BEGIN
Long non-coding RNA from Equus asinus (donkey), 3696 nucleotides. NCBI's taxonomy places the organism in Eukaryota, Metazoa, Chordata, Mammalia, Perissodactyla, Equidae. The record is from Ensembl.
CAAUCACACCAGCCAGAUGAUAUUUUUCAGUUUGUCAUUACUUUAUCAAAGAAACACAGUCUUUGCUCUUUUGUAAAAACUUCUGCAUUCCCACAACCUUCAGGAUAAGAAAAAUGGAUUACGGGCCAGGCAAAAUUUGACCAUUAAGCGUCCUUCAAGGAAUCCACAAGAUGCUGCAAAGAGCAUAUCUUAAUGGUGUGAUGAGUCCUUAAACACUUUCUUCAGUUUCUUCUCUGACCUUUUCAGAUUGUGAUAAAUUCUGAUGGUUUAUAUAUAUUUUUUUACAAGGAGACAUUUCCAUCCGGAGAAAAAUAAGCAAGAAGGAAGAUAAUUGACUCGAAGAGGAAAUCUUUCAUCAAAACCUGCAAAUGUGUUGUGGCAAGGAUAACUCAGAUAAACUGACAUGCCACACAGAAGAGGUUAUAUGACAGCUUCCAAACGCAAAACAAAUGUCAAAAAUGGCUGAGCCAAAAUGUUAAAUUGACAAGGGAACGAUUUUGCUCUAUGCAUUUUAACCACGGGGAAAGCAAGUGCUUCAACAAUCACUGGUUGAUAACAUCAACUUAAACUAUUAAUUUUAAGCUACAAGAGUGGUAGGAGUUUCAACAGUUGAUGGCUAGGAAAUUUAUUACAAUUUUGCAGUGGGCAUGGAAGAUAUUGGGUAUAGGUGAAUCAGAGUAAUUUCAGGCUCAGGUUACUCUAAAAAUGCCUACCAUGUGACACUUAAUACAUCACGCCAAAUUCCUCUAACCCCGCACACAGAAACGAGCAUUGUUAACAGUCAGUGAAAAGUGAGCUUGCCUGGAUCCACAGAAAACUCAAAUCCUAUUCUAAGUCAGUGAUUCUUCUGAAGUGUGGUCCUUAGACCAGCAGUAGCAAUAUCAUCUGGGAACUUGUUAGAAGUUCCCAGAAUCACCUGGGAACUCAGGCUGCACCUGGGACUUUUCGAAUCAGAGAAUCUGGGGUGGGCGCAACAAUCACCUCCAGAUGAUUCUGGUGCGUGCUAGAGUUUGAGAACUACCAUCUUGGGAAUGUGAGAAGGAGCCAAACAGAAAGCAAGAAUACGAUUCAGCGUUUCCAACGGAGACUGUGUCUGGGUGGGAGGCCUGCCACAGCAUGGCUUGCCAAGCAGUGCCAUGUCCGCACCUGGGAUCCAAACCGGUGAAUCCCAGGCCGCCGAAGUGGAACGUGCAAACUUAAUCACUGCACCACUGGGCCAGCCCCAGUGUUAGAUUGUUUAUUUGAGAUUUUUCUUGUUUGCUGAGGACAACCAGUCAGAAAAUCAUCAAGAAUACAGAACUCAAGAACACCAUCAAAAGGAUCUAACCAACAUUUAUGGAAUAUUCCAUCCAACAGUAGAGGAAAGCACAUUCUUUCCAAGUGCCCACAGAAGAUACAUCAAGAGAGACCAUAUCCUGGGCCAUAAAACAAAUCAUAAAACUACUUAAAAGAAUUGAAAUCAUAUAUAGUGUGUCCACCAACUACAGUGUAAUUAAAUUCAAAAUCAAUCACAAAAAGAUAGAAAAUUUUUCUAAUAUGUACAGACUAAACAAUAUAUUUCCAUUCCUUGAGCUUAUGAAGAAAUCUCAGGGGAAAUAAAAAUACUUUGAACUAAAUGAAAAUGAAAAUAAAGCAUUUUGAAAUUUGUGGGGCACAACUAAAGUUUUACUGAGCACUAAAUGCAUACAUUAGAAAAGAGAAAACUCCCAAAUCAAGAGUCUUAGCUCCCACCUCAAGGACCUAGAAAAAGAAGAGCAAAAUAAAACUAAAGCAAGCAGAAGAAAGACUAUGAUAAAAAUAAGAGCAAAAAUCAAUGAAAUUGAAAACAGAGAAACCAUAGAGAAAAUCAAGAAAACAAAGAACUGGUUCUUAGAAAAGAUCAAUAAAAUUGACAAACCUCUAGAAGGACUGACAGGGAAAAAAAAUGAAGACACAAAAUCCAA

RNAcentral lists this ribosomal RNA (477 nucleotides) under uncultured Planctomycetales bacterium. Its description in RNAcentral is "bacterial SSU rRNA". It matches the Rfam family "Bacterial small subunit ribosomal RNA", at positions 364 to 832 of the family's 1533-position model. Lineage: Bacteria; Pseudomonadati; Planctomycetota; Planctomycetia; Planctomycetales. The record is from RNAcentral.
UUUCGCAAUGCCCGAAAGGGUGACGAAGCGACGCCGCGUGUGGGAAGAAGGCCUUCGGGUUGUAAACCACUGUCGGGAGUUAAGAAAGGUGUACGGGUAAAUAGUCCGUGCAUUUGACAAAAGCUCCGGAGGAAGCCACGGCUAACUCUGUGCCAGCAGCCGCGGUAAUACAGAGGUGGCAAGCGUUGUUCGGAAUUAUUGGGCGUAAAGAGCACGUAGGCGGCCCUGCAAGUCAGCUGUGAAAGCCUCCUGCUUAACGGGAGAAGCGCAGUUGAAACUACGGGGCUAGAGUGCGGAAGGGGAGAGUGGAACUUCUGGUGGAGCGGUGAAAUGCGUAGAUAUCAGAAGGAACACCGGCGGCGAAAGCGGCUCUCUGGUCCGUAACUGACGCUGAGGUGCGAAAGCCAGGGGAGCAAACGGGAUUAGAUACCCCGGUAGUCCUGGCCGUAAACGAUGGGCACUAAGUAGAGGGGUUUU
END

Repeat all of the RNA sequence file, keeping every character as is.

Long non-coding RNA from Equus asinus (donkey), 3696 nucleotides. NCBI's taxonomy places the organism in Eukaryota, Metazoa, Chordata, Mammalia, Perissodactyla, Equidae. The record is from Ensembl.
CAAUCACACCAGCCAGAUGAUAUUUUUCAGUUUGUCAUUACUUUAUCAAAGAAACACAGUCUUUGCUCUUUUGUAAAAACUUCUGCAUUCCCACAACCUUCAGGAUAAGAAAAAUGGAUUACGGGCCAGGCAAAAUUUGACCAUUAAGCGUCCUUCAAGGAAUCCACAAGAUGCUGCAAAGAGCAUAUCUUAAUGGUGUGAUGAGUCCUUAAACACUUUCUUCAGUUUCUUCUCUGACCUUUUCAGAUUGUGAUAAAUUCUGAUGGUUUAUAUAUAUUUUUUUACAAGGAGACAUUUCCAUCCGGAGAAAAAUAAGCAAGAAGGAAGAUAAUUGACUCGAAGAGGAAAUCUUUCAUCAAAACCUGCAAAUGUGUUGUGGCAAGGAUAACUCAGAUAAACUGACAUGCCACACAGAAGAGGUUAUAUGACAGCUUCCAAACGCAAAACAAAUGUCAAAAAUGGCUGAGCCAAAAUGUUAAAUUGACAAGGGAACGAUUUUGCUCUAUGCAUUUUAACCACGGGGAAAGCAAGUGCUUCAACAAUCACUGGUUGAUAACAUCAACUUAAACUAUUAAUUUUAAGCUACAAGAGUGGUAGGAGUUUCAACAGUUGAUGGCUAGGAAAUUUAUUACAAUUUUGCAGUGGGCAUGGAAGAUAUUGGGUAUAGGUGAAUCAGAGUAAUUUCAGGCUCAGGUUACUCUAAAAAUGCCUACCAUGUGACACUUAAUACAUCACGCCAAAUUCCUCUAACCCCGCACACAGAAACGAGCAUUGUUAACAGUCAGUGAAAAGUGAGCUUGCCUGGAUCCACAGAAAACUCAAAUCCUAUUCUAAGUCAGUGAUUCUUCUGAAGUGUGGUCCUUAGACCAGCAGUAGCAAUAUCAUCUGGGAACUUGUUAGAAGUUCCCAGAAUCACCUGGGAACUCAGGCUGCACCUGGGACUUUUCGAAUCAGAGAAUCUGGGGUGGGCGCAACAAUCACCUCCAGAUGAUUCUGGUGCGUGCUAGAGUUUGAGAACUACCAUCUUGGGAAUGUGAGAAGGAGCCAAACAGAAAGCAAGAAUACGAUUCAGCGUUUCCAACGGAGACUGUGUCUGGGUGGGAGGCCUGCCACAGCAUGGCUUGCCAAGCAGUGCCAUGUCCGCACCUGGGAUCCAAACCGGUGAAUCCCAGGCCGCCGAAGUGGAACGUGCAAACUUAAUCACUGCACCACUGGGCCAGCCCCAGUGUUAGAUUGUUUAUUUGAGAUUUUUCUUGUUUGCUGAGGACAACCAGUCAGAAAAUCAUCAAGAAUACAGAACUCAAGAACACCAUCAAAAGGAUCUAACCAACAUUUAUGGAAUAUUCCAUCCAACAGUAGAGGAAAGCACAUUCUUUCCAAGUGCCCACAGAAGAUACAUCAAGAGAGACCAUAUCCUGGGCCAUAAAACAAAUCAUAAAACUACUUAAAAGAAUUGAAAUCAUAUAUAGUGUGUCCACCAACUACAGUGUAAUUAAAUUCAAAAUCAAUCACAAAAAGAUAGAAAAUUUUUCUAAUAUGUACAGACUAAACAAUAUAUUUCCAUUCCUUGAGCUUAUGAAGAAAUCUCAGGGGAAAUAAAAAUACUUUGAACUAAAUGAAAAUGAAAAUAAAGCAUUUUGAAAUUUGUGGGGCACAACUAAAGUUUUACUGAGCACUAAAUGCAUACAUUAGAAAAGAGAAAACUCCCAAAUCAAGAGUCUUAGCUCCCACCUCAAGGACCUAGAAAAAGAAGAGCAAAAUAAAACUAAAGCAAGCAGAAGAAAGACUAUGAUAAAAAUAAGAGCAAAAAUCAAUGAAAUUGAAAACAGAGAAACCAUAGAGAAAAUCAAGAAAACAAAGAACUGGUUCUUAGAAAAGAUCAAUAAAAUUGACAAACCUCUAGAAGGACUGACAGGGAAAAAAAAUGAAGACACAAAAUCCAA

RNAcentral lists this ribosomal RNA (477 nucleotides) under uncultured Planctomycetales bacterium. Its description in RNAcentral is "bacterial SSU rRNA". It matches the Rfam family "Bacterial small subunit ribosomal RNA", at positions 364 to 832 of the family's 1533-position model. Lineage: Bacteria; Pseudomonadati; Planctomycetota; Planctomycetia; Planctomycetales. The record is from RNAcentral.
UUUCGCAAUGCCCGAAAGGGUGACGAAGCGACGCCGCGUGUGGGAAGAAGGCCUUCGGGUUGUAAACCACUGUCGGGAGUUAAGAAAGGUGUACGGGUAAAUAGUCCGUGCAUUUGACAAAAGCUCCGGAGGAAGCCACGGCUAACUCUGUGCCAGCAGCCGCGGUAAUACAGAGGUGGCAAGCGUUGUUCGGAAUUAUUGGGCGUAAAGAGCACGUAGGCGGCCCUGCAAGUCAGCUGUGAAAGCCUCCUGCUUAACGGGAGAAGCGCAGUUGAAACUACGGGGCUAGAGUGCGGAAGGGGAGAGUGGAACUUCUGGUGGAGCGGUGAAAUGCGUAGAUAUCAGAAGGAACACCGGCGGCGAAAGCGGCUCUCUGGUCCGUAACUGACGCUGAGGUGCGAAAGCCAGGGGAGCAAACGGGAUUAGAUACCCCGGUAGUCCUGGCCGUAAACGAUGGGCACUAAGUAGAGGGGUUUU